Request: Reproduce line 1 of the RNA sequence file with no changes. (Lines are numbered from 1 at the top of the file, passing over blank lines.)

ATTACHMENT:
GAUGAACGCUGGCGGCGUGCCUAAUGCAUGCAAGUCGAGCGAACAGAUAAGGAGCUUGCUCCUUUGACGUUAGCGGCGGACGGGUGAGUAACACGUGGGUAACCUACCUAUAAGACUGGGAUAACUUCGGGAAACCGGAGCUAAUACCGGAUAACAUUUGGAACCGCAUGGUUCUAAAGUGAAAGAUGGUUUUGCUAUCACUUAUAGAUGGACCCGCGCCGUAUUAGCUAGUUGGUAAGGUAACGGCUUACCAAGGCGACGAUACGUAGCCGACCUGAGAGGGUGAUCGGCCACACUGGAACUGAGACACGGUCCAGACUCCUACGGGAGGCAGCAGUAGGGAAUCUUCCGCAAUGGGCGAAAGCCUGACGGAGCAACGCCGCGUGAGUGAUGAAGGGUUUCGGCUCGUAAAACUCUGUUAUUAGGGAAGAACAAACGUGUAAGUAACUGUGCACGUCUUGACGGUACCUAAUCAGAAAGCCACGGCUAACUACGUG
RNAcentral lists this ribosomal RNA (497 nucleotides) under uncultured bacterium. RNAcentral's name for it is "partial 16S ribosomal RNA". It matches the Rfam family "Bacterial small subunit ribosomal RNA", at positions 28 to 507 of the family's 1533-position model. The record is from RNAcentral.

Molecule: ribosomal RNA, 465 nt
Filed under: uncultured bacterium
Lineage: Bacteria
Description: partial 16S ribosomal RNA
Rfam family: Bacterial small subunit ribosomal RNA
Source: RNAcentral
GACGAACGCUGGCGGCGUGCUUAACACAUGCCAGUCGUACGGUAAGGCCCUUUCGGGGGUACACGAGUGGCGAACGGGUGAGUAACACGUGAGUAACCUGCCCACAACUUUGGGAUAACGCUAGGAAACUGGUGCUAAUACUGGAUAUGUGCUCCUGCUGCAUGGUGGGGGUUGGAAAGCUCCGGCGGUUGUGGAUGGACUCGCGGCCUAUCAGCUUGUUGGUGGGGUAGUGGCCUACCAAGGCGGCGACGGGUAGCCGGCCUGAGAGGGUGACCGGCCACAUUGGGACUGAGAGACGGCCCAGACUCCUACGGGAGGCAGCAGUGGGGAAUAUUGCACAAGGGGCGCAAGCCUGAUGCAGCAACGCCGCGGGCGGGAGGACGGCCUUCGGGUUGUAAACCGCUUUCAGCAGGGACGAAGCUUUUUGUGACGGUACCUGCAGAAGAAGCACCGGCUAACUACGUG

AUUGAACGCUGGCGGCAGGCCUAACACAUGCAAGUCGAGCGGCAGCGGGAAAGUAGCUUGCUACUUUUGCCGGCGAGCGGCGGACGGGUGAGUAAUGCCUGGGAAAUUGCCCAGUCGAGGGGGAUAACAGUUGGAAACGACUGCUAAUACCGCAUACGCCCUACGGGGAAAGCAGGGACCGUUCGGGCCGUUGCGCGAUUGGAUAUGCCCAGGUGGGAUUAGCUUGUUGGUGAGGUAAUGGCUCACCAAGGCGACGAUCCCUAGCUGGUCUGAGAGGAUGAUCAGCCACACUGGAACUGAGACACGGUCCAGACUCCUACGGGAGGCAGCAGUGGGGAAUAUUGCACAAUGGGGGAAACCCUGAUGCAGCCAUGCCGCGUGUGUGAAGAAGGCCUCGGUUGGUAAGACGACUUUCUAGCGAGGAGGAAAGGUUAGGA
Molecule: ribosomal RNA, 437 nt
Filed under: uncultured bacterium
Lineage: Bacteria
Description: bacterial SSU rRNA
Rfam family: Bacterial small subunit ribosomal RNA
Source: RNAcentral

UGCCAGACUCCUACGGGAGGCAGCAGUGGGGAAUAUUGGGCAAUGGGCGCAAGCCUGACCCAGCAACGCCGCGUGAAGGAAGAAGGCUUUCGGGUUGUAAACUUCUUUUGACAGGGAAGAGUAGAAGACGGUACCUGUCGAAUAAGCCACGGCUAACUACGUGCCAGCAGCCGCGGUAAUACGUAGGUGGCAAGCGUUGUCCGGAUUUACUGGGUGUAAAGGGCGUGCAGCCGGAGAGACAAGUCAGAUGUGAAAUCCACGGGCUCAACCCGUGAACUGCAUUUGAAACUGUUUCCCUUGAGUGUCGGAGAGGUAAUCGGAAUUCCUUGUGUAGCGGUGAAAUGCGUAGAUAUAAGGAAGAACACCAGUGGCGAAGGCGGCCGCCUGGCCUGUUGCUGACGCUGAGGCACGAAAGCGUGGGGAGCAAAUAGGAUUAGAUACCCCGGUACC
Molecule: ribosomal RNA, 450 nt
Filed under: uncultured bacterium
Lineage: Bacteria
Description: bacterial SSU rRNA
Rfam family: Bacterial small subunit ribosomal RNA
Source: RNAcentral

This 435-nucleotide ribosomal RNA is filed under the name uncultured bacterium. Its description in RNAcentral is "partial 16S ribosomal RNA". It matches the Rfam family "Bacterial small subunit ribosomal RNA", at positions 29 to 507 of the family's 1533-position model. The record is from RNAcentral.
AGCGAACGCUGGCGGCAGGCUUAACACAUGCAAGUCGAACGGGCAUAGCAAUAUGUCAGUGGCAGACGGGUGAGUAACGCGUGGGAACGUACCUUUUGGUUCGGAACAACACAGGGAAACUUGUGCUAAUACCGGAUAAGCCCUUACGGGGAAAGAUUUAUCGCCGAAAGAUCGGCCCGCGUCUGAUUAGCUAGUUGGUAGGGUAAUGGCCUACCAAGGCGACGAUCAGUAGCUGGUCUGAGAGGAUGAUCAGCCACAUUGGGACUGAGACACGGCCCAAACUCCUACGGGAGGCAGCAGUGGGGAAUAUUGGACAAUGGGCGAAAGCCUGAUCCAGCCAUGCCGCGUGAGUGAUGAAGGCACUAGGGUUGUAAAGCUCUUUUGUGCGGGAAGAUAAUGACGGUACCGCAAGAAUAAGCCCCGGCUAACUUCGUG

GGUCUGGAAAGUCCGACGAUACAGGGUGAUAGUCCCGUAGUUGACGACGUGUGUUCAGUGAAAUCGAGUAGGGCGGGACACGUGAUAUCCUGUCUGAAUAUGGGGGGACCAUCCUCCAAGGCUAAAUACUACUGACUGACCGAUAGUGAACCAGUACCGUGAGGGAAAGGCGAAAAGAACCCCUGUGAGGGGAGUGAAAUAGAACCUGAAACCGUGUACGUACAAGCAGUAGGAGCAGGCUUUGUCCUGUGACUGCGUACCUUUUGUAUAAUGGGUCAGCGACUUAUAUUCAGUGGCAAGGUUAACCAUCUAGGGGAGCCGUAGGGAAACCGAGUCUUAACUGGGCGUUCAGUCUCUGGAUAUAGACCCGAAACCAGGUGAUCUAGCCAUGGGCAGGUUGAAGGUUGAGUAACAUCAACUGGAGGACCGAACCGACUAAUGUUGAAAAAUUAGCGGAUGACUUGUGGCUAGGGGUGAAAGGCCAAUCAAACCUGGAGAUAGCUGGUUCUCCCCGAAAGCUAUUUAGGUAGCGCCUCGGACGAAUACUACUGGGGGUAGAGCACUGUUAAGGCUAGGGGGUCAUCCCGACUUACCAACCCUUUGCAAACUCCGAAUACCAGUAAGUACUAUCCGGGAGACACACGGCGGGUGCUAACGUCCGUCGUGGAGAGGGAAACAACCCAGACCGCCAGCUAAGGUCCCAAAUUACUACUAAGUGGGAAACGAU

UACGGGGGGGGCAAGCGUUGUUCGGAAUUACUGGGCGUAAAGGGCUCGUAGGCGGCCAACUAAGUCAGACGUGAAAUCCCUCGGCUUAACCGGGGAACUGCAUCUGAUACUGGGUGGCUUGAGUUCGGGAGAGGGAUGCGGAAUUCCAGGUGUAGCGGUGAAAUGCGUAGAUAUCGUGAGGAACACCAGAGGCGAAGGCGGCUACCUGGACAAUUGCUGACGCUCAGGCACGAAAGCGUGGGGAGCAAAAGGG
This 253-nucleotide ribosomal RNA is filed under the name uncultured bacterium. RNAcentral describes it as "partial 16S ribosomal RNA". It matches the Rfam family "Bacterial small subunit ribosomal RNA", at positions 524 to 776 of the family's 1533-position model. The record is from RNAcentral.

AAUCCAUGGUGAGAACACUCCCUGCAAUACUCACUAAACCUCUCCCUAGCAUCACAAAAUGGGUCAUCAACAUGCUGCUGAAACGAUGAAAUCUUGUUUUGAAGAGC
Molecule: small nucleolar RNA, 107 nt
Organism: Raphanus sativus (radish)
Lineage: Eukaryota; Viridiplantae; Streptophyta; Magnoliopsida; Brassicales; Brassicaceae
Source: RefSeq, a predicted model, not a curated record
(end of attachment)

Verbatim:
GAUGAACGCUGGCGGCGUGCCUAAUGCAUGCAAGUCGAGCGAACAGAUAAGGAGCUUGCUCCUUUGACGUUAGCGGCGGACGGGUGAGUAACACGUGGGUAACCUACCUAUAAGACUGGGAUAACUUCGGGAAACCGGAGCUAAUACCGGAUAACAUUUGGAACCGCAUGGUUCUAAAGUGAAAGAUGGUUUUGCUAUCACUUAUAGAUGGACCCGCGCCGUAUUAGCUAGUUGGUAAGGUAACGGCUUACCAAGGCGACGAUACGUAGCCGACCUGAGAGGGUGAUCGGCCACACUGGAACUGAGACACGGUCCAGACUCCUACGGGAGGCAGCAGUAGGGAAUCUUCCGCAAUGGGCGAAAGCCUGACGGAGCAACGCCGCGUGAGUGAUGAAGGGUUUCGGCUCGUAAAACUCUGUUAUUAGGGAAGAACAAACGUGUAAGUAACUGUGCACGUCUUGACGGUACCUAAUCAGAAAGCCACGGCUAACUACGUG